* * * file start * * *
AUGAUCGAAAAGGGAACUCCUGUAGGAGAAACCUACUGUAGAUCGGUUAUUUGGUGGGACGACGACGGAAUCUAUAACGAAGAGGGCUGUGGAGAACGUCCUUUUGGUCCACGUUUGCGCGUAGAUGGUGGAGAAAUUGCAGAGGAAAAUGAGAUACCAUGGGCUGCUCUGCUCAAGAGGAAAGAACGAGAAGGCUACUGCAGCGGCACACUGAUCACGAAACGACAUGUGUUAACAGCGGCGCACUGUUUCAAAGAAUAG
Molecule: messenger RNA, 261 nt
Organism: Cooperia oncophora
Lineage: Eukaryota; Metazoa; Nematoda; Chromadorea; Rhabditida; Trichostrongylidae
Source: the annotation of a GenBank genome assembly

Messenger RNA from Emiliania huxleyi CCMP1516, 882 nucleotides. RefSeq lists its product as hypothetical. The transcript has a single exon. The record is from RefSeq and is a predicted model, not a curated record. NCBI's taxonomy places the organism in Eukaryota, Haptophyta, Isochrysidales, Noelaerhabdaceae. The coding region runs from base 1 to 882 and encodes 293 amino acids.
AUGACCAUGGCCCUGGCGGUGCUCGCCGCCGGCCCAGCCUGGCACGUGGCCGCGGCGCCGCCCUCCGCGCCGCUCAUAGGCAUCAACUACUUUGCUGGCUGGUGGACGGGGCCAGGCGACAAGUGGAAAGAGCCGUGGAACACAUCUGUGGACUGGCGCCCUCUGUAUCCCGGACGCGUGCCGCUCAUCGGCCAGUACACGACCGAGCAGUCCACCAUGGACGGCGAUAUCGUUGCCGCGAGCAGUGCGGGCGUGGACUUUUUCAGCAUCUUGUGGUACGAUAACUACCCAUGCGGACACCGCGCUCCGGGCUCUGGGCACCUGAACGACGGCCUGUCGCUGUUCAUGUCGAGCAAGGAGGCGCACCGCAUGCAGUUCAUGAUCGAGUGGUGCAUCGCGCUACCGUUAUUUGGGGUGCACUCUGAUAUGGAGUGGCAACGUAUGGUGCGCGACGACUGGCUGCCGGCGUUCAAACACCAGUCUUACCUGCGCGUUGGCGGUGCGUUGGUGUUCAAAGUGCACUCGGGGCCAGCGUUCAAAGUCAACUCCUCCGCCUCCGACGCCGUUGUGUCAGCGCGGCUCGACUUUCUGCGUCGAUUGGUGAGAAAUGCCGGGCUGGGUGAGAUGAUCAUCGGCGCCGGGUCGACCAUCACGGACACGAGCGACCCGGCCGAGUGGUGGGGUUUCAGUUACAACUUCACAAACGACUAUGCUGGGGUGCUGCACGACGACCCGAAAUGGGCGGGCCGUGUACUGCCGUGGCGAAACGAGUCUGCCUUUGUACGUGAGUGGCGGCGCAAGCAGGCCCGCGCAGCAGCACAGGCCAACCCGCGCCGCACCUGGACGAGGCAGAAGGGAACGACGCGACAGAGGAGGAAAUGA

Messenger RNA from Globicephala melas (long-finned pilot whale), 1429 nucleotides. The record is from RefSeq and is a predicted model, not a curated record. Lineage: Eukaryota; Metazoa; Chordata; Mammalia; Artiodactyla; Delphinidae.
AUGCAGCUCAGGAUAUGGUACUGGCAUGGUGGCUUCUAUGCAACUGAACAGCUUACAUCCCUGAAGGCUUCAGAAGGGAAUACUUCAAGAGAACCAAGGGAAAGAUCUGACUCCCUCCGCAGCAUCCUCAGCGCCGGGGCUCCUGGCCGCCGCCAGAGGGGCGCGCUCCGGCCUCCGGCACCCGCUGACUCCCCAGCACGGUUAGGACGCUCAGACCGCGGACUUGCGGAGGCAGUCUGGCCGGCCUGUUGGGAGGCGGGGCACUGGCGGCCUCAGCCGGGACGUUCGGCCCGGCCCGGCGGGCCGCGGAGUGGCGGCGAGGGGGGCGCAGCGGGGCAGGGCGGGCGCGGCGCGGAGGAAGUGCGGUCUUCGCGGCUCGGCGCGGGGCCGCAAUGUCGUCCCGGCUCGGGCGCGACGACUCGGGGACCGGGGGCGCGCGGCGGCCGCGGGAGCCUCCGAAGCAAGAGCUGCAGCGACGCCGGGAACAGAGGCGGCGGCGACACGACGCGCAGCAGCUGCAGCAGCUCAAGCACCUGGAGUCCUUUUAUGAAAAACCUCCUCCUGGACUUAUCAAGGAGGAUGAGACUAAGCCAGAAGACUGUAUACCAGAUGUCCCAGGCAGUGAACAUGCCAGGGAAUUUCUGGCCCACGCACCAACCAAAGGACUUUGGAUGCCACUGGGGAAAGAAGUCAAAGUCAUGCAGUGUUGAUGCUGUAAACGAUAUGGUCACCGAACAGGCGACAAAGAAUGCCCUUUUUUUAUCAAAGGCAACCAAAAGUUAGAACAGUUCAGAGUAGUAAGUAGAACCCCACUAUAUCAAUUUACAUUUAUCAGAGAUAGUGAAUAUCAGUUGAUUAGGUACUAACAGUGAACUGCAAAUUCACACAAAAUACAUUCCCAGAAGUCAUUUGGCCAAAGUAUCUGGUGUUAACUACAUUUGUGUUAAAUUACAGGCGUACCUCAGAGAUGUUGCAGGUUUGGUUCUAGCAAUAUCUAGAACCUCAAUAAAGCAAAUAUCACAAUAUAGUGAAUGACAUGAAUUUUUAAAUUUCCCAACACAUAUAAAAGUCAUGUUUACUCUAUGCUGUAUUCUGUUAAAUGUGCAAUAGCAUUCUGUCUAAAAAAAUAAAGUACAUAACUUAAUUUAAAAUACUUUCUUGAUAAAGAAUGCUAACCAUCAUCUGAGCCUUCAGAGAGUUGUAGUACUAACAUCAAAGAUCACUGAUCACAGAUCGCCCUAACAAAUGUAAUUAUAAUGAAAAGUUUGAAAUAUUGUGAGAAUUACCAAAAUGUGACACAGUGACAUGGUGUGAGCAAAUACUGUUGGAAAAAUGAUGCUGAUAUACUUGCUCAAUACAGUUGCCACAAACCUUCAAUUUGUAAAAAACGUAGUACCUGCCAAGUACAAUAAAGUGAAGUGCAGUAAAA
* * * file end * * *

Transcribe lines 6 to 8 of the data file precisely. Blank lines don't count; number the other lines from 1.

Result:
Messenger RNA from Emiliania huxleyi CCMP1516, 882 nucleotides. RefSeq lists its product as hypothetical. The transcript has a single exon. The record is from RefSeq and is a predicted model, not a curated record. NCBI's taxonomy places the organism in Eukaryota, Haptophyta, Isochrysidales, Noelaerhabdaceae. The coding region runs from base 1 to 882 and encodes 293 amino acids.
AUGACCAUGGCCCUGGCGGUGCUCGCCGCCGGCCCAGCCUGGCACGUGGCCGCGGCGCCGCCCUCCGCGCCGCUCAUAGGCAUCAACUACUUUGCUGGCUGGUGGACGGGGCCAGGCGACAAGUGGAAAGAGCCGUGGAACACAUCUGUGGACUGGCGCCCUCUGUAUCCCGGACGCGUGCCGCUCAUCGGCCAGUACACGACCGAGCAGUCCACCAUGGACGGCGAUAUCGUUGCCGCGAGCAGUGCGGGCGUGGACUUUUUCAGCAUCUUGUGGUACGAUAACUACCCAUGCGGACACCGCGCUCCGGGCUCUGGGCACCUGAACGACGGCCUGUCGCUGUUCAUGUCGAGCAAGGAGGCGCACCGCAUGCAGUUCAUGAUCGAGUGGUGCAUCGCGCUACCGUUAUUUGGGGUGCACUCUGAUAUGGAGUGGCAACGUAUGGUGCGCGACGACUGGCUGCCGGCGUUCAAACACCAGUCUUACCUGCGCGUUGGCGGUGCGUUGGUGUUCAAAGUGCACUCGGGGCCAGCGUUCAAAGUCAACUCCUCCGCCUCCGACGCCGUUGUGUCAGCGCGGCUCGACUUUCUGCGUCGAUUGGUGAGAAAUGCCGGGCUGGGUGAGAUGAUCAUCGGCGCCGGGUCGACCAUCACGGACACGAGCGACCCGGCCGAGUGGUGGGGUUUCAGUUACAACUUCACAAACGACUAUGCUGGGGUGCUGCACGACGACCCGAAAUGGGCGGGCCGUGUACUGCCGUGGCGAAACGAGUCUGCCUUUGUACGUGAGUGGCGGCGCAAGCAGGCCCGCGCAGCAGCACAGGCCAACCCGCGCCGCACCUGGACGAGGCAGAAGGGAACGACGCGACAGAGGAGGAAAUGA

Messenger RNA from Globicephala melas (long-finned pilot whale), 1429 nucleotides. The record is from RefSeq and is a predicted model, not a curated record. Lineage: Eukaryota; Metazoa; Chordata; Mammalia; Artiodactyla; Delphinidae.